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  About the Volcanoes

Rincon de la Vieja
Laguna Poco Sol
Journal Entry

Volcancito: A 8 by 10 foot boiling mud pot

It is now Day 9 and we have all but completed our mission. We remain inside the caldera we arrived at yesterday with a clear view of three majestic peaks. This morning we revisited Volcan Miravalles in order to sample gases at the Miravalles Geothermal Plant.

In the afternoon we drove out of the vast, windblown savanna of the caldera floor and entered the dry forest on the flanks of active Volcan Rincon de la Vieja. In a national park known as Las Pailas, we hiked past a broad waterfall cascading down the face of a prominent basaltic lava flow. We collected gases from hot springs and an effervescent pond, and observed a boiling mud pot known as the "volcancito."

The dry forest is yet another of Costa Rica's many woodland habitats. Desiccated by high winds that blow relentlessly across the savanna, the dry forest is a unique habitat dominated by a gigantic variety of fig tree. These have enormous trunks that fan out into convoluted root systems that crawl across the ground, enmeshing the forest floor in a matrix of roots and rocks. Vines drape downward and creepers reach upward, seeming at times to grip the forest in a stranglehold. Various shrubs and succulents occur throughout the understory, comprising a habitat known to gardeners as a zeriscape. The forest abounds with wildlife such as turkeys, jays, vultures, iguanas, and snakes. Troupes of monkeys were frolicking in the canopy. Despite reports that these monkeys are known to throw fecal matter at onlookers, they didn't seem bothered by our presence. We were also delighted to finally see the giant blue "morpha" butterfly, a national symbol of Costa Rica.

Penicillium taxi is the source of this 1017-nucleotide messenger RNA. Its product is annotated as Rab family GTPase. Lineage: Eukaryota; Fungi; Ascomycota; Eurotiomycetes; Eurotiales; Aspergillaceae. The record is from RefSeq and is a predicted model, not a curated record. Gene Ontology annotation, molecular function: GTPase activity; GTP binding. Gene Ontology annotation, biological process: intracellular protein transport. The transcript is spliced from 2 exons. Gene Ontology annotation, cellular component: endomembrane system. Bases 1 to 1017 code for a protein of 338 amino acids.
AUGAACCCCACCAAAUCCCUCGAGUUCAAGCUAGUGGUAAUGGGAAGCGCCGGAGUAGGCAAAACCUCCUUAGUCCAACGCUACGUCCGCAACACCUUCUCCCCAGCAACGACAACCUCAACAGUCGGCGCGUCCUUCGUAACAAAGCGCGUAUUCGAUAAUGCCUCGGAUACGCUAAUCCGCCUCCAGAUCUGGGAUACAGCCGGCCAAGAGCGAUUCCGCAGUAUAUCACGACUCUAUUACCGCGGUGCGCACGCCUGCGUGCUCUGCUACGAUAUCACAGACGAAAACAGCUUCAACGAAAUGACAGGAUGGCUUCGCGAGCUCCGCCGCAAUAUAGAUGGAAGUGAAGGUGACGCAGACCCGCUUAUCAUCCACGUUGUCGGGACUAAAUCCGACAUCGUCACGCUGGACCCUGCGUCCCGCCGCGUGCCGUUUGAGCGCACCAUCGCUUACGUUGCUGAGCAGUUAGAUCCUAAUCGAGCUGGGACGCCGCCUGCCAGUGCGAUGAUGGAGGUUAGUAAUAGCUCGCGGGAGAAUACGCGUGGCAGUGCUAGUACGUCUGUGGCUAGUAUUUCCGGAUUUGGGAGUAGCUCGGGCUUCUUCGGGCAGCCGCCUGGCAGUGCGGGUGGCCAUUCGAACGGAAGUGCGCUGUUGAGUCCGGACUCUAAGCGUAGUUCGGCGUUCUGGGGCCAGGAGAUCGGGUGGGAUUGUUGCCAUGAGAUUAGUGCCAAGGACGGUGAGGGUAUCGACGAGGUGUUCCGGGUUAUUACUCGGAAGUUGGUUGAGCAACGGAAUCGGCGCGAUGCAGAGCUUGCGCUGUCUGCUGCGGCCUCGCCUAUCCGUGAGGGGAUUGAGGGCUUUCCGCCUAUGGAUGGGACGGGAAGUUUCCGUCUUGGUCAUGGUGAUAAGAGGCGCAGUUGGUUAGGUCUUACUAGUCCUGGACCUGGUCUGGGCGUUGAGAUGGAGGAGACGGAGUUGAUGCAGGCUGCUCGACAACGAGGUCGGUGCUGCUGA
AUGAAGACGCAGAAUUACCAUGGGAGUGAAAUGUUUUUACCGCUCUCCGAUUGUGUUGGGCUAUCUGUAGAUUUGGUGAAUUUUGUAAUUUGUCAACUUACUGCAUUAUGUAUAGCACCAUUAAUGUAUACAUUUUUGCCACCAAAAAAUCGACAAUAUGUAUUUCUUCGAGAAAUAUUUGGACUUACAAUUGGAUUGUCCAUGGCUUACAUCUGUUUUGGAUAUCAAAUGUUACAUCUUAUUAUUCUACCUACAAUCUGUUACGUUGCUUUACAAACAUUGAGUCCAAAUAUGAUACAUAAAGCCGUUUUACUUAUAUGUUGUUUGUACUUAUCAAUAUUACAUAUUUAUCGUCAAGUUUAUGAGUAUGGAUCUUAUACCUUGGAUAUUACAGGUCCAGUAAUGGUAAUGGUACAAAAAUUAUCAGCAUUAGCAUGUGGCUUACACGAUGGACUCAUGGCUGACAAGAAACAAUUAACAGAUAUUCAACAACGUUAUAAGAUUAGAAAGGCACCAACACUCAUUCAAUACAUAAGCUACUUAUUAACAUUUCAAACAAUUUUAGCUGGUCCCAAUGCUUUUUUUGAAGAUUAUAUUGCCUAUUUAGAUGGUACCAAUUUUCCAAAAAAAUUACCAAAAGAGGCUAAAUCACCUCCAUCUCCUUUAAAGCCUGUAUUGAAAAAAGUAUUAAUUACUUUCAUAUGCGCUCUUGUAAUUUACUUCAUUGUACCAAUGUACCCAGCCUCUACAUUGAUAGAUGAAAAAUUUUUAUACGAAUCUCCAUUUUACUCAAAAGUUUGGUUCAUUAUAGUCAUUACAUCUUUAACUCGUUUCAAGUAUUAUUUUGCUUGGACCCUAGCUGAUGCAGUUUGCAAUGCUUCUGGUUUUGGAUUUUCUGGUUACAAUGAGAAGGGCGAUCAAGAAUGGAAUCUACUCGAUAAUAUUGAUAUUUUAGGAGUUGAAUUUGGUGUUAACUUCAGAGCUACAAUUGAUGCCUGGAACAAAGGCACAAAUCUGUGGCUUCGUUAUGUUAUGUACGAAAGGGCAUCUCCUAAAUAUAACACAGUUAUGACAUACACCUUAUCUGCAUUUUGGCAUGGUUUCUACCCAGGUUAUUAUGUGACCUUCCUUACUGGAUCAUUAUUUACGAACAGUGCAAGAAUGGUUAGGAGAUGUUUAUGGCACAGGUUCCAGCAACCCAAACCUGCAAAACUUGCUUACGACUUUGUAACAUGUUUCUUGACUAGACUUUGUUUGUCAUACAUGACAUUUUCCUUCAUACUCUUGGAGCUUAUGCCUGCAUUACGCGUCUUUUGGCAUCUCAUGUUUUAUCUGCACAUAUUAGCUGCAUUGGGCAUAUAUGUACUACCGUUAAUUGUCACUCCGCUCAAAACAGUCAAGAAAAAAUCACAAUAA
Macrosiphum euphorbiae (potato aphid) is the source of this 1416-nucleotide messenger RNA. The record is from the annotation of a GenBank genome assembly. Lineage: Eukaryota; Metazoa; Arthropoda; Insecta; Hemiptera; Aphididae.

Today's scientific reports begin with Toby's account of sampling geothermal gases:

The geothermal reservoir at Miravalles is a vast underground area that contains water and dissolved gases at high temperatures (above 200C) and pressures. Geothermal wells tap the reservoir, which lies at a depth of roughly 1,500 meters, and the hot water is brought to turbines on the surface via large diameter pipes. These pipes have valves that allowed us to collect the gas samples. Because the pressure in the pipes is very high, an ICE employee attached a steam separator to the valve, thereby reducing the outlet pressure to about three bars (the pressure of a bicycle tire). We collected good samples representative of gases dissolved in the geothermal reservoir.

Toby's student, Mindy Zimmer continues:

After we sampled the wells at Miravalles, we headed for the national park at Rincon de la Vieja. Though the hike was easy, we had to be careful once we reached the hot springs. The constant venting of volcanic gases has significantly altered the landscape, so the ground is very unstable. After picking our way through the rocks, we found a good site to sample. The water was very acidic and hot (83C), demonstrating the constant activity of the volcano.

We mentioned before that the volcanic gases contain sulphuric acid, and my pants are dramatic proof. I sat down near some hot springs yesterday, and less than 24 hours later, holes had appeared in my pants! I think this gives new meaning to the phrase "hot seat."

  Daily Log  
January 2001
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